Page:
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charge of God's elect? It is God that justifieth.” Romans viii. 28-33.
“For this is the word of promise, At this time will I come and Sara shall have a son. And not only this, but when Rebecca also had conceived by one, even by our father Isaac, (for the children being not yet born, neither having done any good or evil, that the purpose of God according to election might stand, not of works, but him that calleth, it was said unto her, The elder shall serve the younger. As it is written, Jacob have I loved, but Esau have I hated. What shall we say then? Is there unrighteousness with God? God forbid. For he saith to Moses, I will have mercy on whom I will have mercy, and I will have compassion on whom I will have compassion. So then it is not of him that willeth, nor of him that runneth, but of God that sheweth mercy. For the scripture saith unto Pharaoh, Even for this same purpose have I raised thee up, that I
might shew my power in thee, and that my name might be declared throughout all the earth. Therefore hath he mercy on whom he will have mercy, and whom he will he hardeneth. Thou wilt
say to me, Why doth he yet find fault? for who hath resisted his will ? Nay, but, O man, who art thou that repliest against God? Shall the thing formed say to him that formed it, Why hast thou made me thus ? Hath not the potter power over the clay, of the same lump to make one vessel unto honour, and another unto dishonour? what if God, willing to shew his wrath, and to make his power known, endured with much long suffering the vessels of wrath fitted to destruction : and that he might make known the riches of his glory on the vessels of mercy, which he had afore prepared unto Glory : even us whom he hath called, not of the Jews only, but also of the Gentiles.” Rom. ix. 9-24.
It is a lamentable fact, that not only the
unstable and unlearned, but also the most sincere, and best informed men in different ages of the world, have differed in judgment respecting the sentiments and doctrines of St. Paul. If therefore, men possessing the best hearts, and the most informed heads, have differed so materially on this important subject, it is, most assuredly, my duty, to be modest while suggesting my opinion on this topic; I feel nevertheless, tremblingly solicitous to remove this formidable barrier to the title and subject matter of our work, without which our labour is all in vain; for if the doctrine of unconditional reprobation is true, I must be a liar and the truth is not in I have one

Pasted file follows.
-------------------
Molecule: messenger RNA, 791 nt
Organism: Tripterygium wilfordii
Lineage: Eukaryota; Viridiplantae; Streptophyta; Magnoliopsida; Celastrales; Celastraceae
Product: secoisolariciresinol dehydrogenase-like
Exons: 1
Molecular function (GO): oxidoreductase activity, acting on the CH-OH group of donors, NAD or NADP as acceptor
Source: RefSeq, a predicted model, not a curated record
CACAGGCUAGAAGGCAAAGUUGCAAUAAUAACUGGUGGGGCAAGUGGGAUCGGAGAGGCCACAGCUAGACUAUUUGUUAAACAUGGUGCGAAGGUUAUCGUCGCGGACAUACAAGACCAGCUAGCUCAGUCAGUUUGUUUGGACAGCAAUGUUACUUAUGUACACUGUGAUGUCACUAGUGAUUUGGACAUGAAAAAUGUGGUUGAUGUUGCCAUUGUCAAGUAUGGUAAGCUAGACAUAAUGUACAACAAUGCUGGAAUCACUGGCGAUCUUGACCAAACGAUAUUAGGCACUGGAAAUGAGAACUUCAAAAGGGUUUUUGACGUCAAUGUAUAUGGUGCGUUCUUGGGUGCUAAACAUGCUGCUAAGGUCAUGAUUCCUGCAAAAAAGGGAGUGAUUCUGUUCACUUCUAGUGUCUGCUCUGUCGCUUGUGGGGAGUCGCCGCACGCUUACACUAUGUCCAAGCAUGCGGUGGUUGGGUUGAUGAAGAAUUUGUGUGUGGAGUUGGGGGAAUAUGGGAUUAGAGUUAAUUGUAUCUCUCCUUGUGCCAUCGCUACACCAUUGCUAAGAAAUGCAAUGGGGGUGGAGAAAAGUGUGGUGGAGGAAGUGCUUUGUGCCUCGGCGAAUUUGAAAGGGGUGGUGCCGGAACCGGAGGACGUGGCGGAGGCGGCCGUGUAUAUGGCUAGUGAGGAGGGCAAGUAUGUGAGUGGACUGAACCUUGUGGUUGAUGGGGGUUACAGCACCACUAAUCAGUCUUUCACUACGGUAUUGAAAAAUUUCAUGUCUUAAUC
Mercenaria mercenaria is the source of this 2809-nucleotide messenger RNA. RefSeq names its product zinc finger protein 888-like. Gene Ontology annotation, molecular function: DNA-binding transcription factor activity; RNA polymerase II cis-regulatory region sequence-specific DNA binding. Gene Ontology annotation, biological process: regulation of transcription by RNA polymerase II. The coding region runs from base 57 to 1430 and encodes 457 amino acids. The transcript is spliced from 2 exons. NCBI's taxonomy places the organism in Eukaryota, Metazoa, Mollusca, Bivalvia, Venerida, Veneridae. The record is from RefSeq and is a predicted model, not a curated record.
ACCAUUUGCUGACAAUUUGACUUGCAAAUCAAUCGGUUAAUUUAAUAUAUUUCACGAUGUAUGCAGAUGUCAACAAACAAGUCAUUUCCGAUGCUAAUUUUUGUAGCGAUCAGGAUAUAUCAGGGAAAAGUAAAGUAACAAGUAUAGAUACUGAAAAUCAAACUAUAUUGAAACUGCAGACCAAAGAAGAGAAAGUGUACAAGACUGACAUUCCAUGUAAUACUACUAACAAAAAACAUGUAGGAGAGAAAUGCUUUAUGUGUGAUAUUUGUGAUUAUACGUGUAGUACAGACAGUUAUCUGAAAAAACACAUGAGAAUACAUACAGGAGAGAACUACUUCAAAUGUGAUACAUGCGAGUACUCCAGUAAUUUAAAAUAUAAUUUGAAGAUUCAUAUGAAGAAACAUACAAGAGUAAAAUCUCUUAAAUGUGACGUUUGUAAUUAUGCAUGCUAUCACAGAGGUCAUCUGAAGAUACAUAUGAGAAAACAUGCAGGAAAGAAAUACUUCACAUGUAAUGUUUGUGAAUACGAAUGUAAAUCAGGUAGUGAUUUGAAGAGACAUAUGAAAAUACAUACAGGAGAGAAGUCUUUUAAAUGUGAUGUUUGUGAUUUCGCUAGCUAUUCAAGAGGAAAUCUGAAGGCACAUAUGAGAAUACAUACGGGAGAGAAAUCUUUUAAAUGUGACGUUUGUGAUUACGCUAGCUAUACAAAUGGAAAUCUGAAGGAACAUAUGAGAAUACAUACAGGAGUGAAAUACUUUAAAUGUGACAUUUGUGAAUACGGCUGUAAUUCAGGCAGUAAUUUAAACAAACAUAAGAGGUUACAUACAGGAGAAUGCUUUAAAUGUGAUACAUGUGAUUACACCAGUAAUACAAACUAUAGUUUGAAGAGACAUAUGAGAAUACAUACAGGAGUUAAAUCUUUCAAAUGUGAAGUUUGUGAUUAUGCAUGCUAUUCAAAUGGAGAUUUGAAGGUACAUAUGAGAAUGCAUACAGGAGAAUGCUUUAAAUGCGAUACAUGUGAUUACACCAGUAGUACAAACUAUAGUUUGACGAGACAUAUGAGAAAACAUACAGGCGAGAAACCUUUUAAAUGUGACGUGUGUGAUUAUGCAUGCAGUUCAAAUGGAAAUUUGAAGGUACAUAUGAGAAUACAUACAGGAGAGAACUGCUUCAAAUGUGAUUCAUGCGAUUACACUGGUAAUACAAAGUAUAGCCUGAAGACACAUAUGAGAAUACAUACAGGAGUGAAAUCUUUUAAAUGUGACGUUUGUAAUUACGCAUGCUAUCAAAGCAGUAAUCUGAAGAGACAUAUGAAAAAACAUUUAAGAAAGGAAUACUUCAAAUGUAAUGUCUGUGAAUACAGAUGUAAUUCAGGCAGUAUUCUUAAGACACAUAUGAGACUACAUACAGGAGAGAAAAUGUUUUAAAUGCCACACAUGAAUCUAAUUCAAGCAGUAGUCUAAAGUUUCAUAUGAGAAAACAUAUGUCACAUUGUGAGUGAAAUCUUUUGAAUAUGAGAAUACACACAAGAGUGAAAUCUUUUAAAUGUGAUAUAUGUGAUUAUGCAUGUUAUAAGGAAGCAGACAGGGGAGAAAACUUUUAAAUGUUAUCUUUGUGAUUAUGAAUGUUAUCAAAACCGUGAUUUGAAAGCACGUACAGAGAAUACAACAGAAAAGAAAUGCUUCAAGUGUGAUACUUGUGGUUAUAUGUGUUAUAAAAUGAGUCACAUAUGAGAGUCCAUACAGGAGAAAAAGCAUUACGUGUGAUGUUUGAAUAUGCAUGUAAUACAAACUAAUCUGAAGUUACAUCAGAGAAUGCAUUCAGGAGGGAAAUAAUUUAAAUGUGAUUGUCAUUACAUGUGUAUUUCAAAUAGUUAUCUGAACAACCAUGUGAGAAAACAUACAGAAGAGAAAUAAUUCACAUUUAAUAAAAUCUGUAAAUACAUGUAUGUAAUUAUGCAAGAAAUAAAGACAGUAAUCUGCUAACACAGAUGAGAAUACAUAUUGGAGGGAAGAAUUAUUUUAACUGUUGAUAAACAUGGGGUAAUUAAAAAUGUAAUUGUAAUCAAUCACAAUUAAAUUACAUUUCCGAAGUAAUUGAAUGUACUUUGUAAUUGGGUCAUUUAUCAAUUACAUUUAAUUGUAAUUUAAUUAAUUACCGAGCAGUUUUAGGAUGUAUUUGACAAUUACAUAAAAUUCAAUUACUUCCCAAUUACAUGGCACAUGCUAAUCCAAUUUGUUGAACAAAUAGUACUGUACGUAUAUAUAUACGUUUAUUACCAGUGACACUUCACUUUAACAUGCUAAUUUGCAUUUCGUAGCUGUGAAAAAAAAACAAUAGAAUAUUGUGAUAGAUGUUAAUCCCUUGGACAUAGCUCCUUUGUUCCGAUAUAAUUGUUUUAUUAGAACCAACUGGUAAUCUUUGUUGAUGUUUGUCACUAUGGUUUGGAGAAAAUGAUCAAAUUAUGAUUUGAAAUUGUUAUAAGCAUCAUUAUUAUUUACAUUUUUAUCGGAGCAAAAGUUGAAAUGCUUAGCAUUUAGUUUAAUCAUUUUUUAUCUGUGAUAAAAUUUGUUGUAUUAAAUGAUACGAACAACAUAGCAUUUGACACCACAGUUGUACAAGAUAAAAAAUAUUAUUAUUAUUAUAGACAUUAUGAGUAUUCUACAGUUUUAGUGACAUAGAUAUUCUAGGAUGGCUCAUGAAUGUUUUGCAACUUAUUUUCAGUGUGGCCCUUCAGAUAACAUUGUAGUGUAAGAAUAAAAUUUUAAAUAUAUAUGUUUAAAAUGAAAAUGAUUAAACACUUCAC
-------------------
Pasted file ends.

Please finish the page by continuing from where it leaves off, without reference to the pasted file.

obvious failing, which I here humbly acknowledge, and that is, to be too acrimonious in my animadversions, “ I know the right, and yet the wrong pursue;" because, when I view with my intellectual eyes, the mountains of misery observable in Christendom,
and which originates exclusively, in the arbitrary power assumed by hypocritical Christian priests, and Christian potentates, I cannot refrain from irritation, and I humbly pray my good God to pardon his servant, for this deviation from Christian moderation. What I now propose in vindication of the Impartiality of Jehovah, I do with modesty and great deference to those distinguished authors, who have dif. fered from me in sentiment, on this subject, " the latchets of whose shoes I am not worthy to stoop down and unloose." There has been so much said on this subject already, that it is impossible to say any thing on it, but what has been previously anticipated; what therefore I am going to add, is for those, who, like me, feel a cogent desire to find, “ that God is just and yet the justifier of all, (not part of those who obey the spirit of Christ.” The votaries of controversy I have not the most distant idea of proselyting. They stick to
their text to the last moment; particularly the foreknowledge of God. For my part, I cannot (perhaps because I am so foolish) see, wherein God's foreknowledge or afterknowledge can consist. According to the idea I have formed of the God of my salvation, a moment with him is the same as a million of years; and the earth on which we live, is like a grain of sand; or rather a particle of dust. All time, all eternity, and all his works, are directly present before his eyeś. God knows who loves and endeavours to serve him, and who neglects him and treats him with silent contempt; the same as a man who has a silver and a brass dollar in his hand at the same time, knows this moment, as well as the next, that one dollar is good, and the other bad. To talk about foreknowledge or after-knowledge in this case, would be perfect nonsense ; and not, in my view, more nonsensical and absurd, than to talk about the foreknowledge of God, before whose eyes every thing is pre